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He watches Balducci and the Arab approach the schoolhouse at the start of the narrative. The schoolhouse is his home, although with the sudden snow none of his pupils attend anymore. He spends the blizzard in his room, only leaving it to feed the chickens, get coal, or go to the shed. The administration has given him wheat to distribute to his pupils. During the draught he felt like a lord in his crude house because he was surrounded by complete and utter poverty. He is from this region, which is described as cruel, but he feels exiled anywhere else. Daru argues against delivering the Arab to Tinguit, and is plunged into a state of moral despair at the end of the narrative when he realizes that the Arab has chosen certain imprisonment.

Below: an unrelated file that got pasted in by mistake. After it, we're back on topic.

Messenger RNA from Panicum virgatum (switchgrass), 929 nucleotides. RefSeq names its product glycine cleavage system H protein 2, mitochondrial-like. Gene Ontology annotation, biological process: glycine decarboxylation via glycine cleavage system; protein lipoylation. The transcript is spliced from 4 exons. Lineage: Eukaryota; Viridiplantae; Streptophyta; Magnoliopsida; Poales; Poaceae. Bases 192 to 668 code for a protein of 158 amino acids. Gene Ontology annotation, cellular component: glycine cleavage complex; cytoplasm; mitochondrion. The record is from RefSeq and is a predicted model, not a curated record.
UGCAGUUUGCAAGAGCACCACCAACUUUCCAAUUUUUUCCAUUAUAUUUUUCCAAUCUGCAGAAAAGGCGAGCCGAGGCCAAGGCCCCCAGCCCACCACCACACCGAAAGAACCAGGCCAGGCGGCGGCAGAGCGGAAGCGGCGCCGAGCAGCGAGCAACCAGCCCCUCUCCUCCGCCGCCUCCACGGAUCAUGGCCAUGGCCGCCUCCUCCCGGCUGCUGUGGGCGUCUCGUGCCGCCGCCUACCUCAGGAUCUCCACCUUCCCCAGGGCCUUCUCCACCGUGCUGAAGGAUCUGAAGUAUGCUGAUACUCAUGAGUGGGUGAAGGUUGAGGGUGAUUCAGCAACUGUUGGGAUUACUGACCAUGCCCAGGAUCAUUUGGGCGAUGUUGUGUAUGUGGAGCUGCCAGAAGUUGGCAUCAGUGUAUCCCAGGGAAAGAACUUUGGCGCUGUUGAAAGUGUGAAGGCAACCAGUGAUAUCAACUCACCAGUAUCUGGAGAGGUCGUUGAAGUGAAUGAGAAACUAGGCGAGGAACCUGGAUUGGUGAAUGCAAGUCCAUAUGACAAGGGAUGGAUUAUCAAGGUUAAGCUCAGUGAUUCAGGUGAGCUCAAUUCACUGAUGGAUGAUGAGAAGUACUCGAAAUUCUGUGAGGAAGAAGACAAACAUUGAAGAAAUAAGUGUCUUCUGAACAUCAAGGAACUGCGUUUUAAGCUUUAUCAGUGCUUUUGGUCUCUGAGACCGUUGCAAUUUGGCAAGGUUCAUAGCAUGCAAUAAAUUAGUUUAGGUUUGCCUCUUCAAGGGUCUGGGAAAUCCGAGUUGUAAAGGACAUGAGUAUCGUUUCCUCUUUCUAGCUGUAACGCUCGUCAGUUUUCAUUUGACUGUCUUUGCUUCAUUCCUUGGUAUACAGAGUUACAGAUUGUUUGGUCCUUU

Daru is a Frenchman who feels at home in Algeria. He desperately wants to be accepted by the native population but will always remain an outsider because of his ethnicity. He teaches in a small school in the mountains.